Asian Art - Of Procelain and War Art

With almost 900 objects, the two-day Asian Auction on 24th/25th June spans a broad arc between continents and centuries. Special highlights include Chinese monochrome porcelains and Japanese swords.

The first day is dedicated to Indian, Tibetan and Chinese art, amongst others, kicked off by a fine Pakistan Buddha Shakyamuni carved from grey schist in Gandhara in the 2nd/3rd century. The delicately worked sculpture is from a Belgian private collection (lot 1, € 20/30,000).

One highlight of the Tibetan art takes the form of a rare set of six thangka with depictions of the First Panchen Lama and his earlier incarnations (18th/19th century, lot 76, € 30/50,000). In terms of iconography, the six thangka follow the famous series of 13 block prints from the mid-18th century from the Narthang Monastery near Shigatse. The set offered here probably belonged to a larger series of 13 thangka.


An impressive, classical, gilt bronze figure of Buddha Shakyamuni from the 17th/18th century has been consigned from a South American private collection (lot 101, € 30/40,000). A finely worked pair of 18th/19th centurychairsmade from the coveted huanghuali wood is the top lot amongst the Chinese furniture (lot 115, € 20/30,000), whilst a Hessian private collection offers a selection of small furniture pieces and table objects (lots 116 - 118, estimates from € 6,000 to 20,000), acquired in the 1990s from renowned art dealers such as Grace Wu Bruce in Hong Kong or Sydney L. Moss in London.

A further focus of the auction is the wide range of colours and shapes of the monochrome porcelains including a yuhuchun ping type vase with copper-red jihong glaze from the 18th century, from a German private collection and acquired from China-Bohlken in Westerland in 1966 (lot 140, € 15/20,000). For collectors of the so-called blanc de Chine porcelains, the figure of a standing Guanyin from Viennese private ownership should be of interest (19th century, lot 144, € 10/15,000).

On 15th July, Lempertz in Cologne will auction the Bernard Deleye collection. This highly important collection also includes blanc de Chine porcelains alongside European decorative arts - Lempertz has dedicated a glittering special catalogue to this exceptional special auction.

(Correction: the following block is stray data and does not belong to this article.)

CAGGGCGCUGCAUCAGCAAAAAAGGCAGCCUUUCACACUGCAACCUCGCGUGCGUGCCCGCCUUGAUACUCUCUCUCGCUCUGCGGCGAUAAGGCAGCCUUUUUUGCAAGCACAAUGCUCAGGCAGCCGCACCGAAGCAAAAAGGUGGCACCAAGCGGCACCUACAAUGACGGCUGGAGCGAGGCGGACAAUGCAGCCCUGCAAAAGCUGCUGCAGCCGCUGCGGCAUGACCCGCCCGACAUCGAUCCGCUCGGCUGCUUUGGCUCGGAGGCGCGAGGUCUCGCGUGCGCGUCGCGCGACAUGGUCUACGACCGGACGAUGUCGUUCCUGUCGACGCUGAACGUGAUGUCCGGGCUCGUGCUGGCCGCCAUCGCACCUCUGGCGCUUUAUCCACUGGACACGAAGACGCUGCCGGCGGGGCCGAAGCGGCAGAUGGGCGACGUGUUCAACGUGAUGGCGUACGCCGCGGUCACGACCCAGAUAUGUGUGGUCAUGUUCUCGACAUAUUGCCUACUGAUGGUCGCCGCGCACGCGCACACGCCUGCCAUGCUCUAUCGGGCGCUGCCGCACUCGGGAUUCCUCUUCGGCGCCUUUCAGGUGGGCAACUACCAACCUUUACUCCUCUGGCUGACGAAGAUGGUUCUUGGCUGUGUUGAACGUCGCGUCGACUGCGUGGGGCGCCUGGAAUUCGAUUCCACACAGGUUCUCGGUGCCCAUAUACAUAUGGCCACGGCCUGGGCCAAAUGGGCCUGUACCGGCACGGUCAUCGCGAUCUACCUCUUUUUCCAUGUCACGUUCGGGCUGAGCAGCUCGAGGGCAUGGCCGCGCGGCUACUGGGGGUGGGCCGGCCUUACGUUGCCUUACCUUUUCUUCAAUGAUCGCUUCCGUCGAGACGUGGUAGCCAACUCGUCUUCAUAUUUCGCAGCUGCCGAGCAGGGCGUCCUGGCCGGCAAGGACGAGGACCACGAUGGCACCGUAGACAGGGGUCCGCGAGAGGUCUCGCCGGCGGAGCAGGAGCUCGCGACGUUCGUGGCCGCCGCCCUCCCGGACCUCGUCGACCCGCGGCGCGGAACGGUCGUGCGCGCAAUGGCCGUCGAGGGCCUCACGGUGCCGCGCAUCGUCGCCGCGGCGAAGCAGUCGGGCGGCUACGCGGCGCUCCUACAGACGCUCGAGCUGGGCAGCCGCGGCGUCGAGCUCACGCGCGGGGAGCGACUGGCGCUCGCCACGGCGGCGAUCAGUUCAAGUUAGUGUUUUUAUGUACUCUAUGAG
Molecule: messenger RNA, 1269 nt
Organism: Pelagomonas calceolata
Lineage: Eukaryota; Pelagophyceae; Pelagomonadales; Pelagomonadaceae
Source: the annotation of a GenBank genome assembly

Whilst Lempertz has in the past been able to offer high results in the field of classical Chinese painting, this auction focuses mainly on contemporary art. The reason for this is the auction of a portion of the Ilse Lommel collection. She opened her gallery in 1989 under the name Galerie Lommel, Asiatische Kunst der Gegenwart in Leverkusen. Herself a collector focusing on contemporary Chinese ink painting, she was one of the first European tourists to travel to China and visited the artists personally in their studios and homes, acquiring unusual works from then unknown, but now established artists such as Xue Song, Chen Jialing, Gu Gan, Jin Weihong or Qiu Deshu (lots 164 – 168 and 300 – 310, up to € 10,000).


With more than 40 lots, the woodcuts lead the second day of the auction devoted entirely to the art of Japan. One highlight of the offer is an oban by Hokusai from a Cologne private collection featuring a rare depiction of a picnic at the so-called Cushion Pine at Aoyama from the series of the 36 Views of Fuji (around 1830/1831, lot 405, € 10/12,000).

Following the successful sale of the large selection of armour in the auction last December 2020, Lempertz was again able to acquire numerous suits of armour for this season and further expand the segment of Samurai art. A total of 30 lots of armour and helmets will be offered for sale (lots 553 – 586, up to € 30,000), as well as over 70 swords and lances, a range probably unique in Europe. They are all from private collections and are rounded off with an equally impressive selection of tsuba (lots 587 – 749, up to € 20,000).

In line with tradition, the auction culminates with the netsuke. In addition to a few single consignments from private collections, the offer is dominated by the estate of the Frankfurt art dealer Günther Kauth. This includes an ivory shishi, the provenance of which is closely linked to German auction history – it can be traced back to the collection of the Leipzig publisher Albert Brockhaus (1855 – 1921) and from 1908 found its way via London and Hannover to Cologne, to the rooms in which it has once before been auctioned in 2006 (18th century, lot 828, € 3/3,500). The 100-strong offer can confidently be described as market-fresh (los 791 – 892, estimates € 300 – 4,000).

Edgar Abs, Press – and Public Relations

Cologne, June 2021